An interesting topic came up the other day…
Why is that interesting?
Because what I learned is that people think it is the use of toothpaste that gives good breath…
… and the lack of using toothpaste causes bad breath.
But that’s not it at all.
The majority of toothpaste is actually toxic.
There are a bunch of toothpaste options that are just greenwashed (the marketing makes it seem like a good option but it still contains toxins).
And then there are a bunch of options that just aren’t all that helpful even without toxins.
Did you know the actual cleaning from brushing your teeth comes from the mechanical action of brushing your teeth?
It’s not the toothpaste that does it.
If bad breath is present, that means there is an imbalance in the oral microbiome.
An imbalance of the oral microbiome can be because of:
- Poor gut health
- Using oral products that kill bacteria in the mouth
- Poor oral hygiene
- Eating foods that harm oral health
I know that second one surprises a lot of people.
The marketing for mouthwashes that kill bacteria has been pretty impeccable, getting lots of people to believe they must kill the bacteria!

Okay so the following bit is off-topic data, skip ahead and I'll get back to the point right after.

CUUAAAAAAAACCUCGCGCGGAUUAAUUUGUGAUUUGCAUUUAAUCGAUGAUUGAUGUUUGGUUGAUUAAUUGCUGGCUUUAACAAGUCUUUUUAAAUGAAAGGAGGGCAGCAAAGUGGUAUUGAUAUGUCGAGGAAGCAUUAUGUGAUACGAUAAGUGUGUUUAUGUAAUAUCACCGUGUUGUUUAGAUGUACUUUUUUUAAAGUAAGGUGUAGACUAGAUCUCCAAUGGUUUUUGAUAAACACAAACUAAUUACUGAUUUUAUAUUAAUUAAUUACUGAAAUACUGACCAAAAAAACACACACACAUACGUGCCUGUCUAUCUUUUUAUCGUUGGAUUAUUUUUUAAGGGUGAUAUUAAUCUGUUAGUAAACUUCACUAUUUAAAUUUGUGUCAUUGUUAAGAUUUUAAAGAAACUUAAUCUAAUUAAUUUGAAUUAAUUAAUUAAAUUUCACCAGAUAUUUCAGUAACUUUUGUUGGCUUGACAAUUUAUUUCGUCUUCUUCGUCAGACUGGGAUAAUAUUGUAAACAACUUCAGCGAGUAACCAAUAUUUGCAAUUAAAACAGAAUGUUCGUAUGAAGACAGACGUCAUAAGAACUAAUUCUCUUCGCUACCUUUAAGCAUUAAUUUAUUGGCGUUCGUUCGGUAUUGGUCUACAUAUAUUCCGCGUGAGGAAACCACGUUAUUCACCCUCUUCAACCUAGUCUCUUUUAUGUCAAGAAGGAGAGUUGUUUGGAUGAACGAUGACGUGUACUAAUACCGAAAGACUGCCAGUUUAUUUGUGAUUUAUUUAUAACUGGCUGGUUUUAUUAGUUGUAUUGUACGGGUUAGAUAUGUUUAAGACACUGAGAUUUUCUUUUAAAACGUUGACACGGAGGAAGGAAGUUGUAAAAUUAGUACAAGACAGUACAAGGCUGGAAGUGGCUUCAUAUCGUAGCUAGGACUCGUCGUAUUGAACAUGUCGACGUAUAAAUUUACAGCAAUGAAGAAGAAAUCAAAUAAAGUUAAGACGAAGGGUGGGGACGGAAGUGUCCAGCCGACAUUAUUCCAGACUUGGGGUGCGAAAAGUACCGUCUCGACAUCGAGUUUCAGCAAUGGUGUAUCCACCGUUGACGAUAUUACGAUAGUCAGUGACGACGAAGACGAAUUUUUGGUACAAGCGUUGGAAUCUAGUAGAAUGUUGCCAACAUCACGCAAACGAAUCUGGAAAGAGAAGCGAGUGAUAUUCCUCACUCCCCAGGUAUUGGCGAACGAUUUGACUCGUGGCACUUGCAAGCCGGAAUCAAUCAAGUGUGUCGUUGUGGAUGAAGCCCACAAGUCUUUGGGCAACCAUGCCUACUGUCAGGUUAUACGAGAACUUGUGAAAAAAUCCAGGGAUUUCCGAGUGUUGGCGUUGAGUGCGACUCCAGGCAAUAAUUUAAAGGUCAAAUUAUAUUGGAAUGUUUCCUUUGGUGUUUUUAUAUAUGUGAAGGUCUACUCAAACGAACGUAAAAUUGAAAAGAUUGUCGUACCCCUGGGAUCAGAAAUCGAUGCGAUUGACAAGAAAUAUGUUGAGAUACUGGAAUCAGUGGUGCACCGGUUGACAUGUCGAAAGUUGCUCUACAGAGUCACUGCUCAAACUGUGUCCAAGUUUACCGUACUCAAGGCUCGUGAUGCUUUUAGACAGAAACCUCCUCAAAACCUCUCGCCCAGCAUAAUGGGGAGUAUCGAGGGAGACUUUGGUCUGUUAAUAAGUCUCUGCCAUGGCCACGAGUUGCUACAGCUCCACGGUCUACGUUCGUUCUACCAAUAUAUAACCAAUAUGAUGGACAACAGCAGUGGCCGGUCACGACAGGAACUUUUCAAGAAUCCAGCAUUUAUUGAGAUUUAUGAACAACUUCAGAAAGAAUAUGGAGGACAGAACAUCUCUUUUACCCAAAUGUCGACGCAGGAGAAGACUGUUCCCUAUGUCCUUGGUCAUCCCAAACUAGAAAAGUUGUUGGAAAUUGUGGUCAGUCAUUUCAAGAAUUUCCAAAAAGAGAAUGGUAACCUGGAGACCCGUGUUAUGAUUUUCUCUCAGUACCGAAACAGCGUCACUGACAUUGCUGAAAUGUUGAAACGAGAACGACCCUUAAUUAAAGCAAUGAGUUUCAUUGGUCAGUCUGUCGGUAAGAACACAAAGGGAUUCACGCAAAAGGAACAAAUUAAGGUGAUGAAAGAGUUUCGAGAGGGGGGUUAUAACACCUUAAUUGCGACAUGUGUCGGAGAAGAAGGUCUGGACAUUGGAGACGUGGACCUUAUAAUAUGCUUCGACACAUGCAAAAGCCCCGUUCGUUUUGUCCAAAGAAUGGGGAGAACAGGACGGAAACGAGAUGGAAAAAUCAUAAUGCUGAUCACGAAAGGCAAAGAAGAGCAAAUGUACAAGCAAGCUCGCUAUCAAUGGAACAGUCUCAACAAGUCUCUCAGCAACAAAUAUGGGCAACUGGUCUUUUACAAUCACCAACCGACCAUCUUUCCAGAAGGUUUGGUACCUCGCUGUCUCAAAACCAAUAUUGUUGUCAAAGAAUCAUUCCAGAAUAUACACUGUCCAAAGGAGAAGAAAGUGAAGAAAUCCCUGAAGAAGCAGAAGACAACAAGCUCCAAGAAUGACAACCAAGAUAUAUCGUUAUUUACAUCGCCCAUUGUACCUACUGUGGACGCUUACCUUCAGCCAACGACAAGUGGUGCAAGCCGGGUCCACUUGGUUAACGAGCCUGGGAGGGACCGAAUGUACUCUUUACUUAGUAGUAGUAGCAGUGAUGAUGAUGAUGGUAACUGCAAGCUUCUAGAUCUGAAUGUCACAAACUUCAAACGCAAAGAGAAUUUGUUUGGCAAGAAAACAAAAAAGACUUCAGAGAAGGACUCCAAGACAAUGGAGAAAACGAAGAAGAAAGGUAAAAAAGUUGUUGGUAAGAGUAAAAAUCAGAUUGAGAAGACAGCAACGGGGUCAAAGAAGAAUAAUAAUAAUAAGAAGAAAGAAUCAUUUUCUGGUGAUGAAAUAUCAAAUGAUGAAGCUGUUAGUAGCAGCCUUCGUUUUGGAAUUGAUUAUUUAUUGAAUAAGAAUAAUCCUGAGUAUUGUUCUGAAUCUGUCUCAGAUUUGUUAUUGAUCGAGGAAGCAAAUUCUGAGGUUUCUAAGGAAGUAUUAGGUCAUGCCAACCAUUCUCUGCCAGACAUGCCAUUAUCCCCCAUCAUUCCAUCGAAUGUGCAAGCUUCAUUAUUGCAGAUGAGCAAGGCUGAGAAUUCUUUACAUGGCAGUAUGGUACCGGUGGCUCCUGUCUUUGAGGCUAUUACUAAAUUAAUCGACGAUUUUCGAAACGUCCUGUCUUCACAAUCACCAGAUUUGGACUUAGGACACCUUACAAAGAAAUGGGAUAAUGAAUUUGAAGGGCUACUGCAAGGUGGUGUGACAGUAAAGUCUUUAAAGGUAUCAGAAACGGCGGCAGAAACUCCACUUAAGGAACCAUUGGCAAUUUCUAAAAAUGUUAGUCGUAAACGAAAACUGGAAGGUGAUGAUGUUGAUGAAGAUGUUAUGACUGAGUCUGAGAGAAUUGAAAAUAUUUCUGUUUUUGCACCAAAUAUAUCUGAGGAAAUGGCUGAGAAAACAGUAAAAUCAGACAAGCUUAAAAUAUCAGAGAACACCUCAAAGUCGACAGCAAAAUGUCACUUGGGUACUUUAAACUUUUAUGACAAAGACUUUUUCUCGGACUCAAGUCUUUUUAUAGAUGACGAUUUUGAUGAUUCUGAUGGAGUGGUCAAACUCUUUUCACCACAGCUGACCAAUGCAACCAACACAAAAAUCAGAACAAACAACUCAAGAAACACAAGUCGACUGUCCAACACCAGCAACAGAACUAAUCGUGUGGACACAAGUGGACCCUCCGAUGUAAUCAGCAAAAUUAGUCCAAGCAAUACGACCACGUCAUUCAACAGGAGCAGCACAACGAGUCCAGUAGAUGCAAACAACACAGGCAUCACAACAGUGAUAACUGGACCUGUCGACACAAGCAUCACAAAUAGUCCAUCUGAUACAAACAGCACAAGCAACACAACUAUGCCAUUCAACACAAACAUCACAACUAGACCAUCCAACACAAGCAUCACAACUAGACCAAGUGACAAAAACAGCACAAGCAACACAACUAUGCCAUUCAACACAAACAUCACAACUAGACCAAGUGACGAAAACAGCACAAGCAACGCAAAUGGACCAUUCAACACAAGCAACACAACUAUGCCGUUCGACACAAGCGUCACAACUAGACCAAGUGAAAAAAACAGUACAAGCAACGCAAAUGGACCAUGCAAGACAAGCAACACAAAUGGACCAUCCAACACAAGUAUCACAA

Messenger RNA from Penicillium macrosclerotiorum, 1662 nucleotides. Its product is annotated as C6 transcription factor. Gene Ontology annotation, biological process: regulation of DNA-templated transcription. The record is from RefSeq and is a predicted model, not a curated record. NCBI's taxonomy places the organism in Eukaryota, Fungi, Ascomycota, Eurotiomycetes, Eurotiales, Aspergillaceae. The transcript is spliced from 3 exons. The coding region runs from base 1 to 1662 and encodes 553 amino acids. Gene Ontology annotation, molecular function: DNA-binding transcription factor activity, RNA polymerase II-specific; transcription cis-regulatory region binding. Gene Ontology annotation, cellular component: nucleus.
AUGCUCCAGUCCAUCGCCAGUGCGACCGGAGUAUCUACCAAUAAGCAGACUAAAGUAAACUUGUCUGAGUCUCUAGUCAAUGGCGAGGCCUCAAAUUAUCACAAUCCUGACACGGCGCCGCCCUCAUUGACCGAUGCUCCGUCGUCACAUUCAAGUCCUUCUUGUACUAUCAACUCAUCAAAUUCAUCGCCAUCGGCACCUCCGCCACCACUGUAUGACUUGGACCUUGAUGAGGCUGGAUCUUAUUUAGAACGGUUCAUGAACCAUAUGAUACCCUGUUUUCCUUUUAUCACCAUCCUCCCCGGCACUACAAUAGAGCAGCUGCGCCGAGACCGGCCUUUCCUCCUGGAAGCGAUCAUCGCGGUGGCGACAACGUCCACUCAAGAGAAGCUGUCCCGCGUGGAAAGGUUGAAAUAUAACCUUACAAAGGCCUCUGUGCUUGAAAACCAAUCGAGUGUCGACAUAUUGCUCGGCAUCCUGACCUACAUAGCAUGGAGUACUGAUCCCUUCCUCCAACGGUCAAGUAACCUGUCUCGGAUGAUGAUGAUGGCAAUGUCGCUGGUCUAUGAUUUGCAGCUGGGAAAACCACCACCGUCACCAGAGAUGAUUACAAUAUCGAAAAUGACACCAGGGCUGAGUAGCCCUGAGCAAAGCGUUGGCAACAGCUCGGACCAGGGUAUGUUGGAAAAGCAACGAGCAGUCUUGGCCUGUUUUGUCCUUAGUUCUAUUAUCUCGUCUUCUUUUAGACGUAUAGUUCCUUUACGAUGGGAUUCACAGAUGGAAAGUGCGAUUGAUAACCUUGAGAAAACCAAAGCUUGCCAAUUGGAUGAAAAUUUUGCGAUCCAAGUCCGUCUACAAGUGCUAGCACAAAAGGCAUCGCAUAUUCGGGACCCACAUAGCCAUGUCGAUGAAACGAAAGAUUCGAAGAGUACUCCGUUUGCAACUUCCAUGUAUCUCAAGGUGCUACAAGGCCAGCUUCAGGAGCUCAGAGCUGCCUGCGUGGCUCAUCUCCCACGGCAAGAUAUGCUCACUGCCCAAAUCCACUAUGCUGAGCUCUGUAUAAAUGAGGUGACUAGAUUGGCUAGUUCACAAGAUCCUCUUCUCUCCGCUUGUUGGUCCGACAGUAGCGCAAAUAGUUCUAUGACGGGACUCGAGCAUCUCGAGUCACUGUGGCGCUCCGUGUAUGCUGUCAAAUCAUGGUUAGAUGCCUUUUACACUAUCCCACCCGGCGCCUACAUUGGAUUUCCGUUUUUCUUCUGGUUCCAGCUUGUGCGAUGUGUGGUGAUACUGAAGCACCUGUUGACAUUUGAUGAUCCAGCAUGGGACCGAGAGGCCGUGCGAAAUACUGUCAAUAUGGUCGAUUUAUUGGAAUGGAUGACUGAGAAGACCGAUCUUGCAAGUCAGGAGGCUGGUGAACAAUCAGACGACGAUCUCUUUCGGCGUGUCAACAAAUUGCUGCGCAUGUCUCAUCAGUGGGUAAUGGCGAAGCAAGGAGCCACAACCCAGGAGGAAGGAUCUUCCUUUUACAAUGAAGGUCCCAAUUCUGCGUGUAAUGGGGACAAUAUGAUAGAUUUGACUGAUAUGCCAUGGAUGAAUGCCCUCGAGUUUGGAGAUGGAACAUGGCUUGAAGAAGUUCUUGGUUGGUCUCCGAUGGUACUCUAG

But we need those bacteria in our mouth!
Killing off those bacteria just means creating an imbalance there (that leads to bad breath).
And it’s not just bad breath that results, other health issues can ensue as well.
After all, oral health is about far more than bad breath, but bad breath is an indicator that something is not ok.
So what are actual, healthy steps to get rid of bad breath and improve your oral health?
- Start healing the gut (that’s a topic all of it’s own…)
- Don’t use oral products that kill bacteria
- Brush your teeth daily (not too hard though), floss (use silk or coconut fiber floss), oil pull, maybe use baking soda water to swish for 30 seconds before
- brushing if you’ve been eating or drinking recently
- Don’t smoke (for so many reasons) side note: I do mean don’t use any tobacco products…
- Avoid processed food, sugar, soda, juice, candy, alcohol
You may have noticed that these considerations will impact far more than oral health.
You are correct.
All of our health is always intermingled, so helping one area will help other areas as well.
I consider that a major win in my book!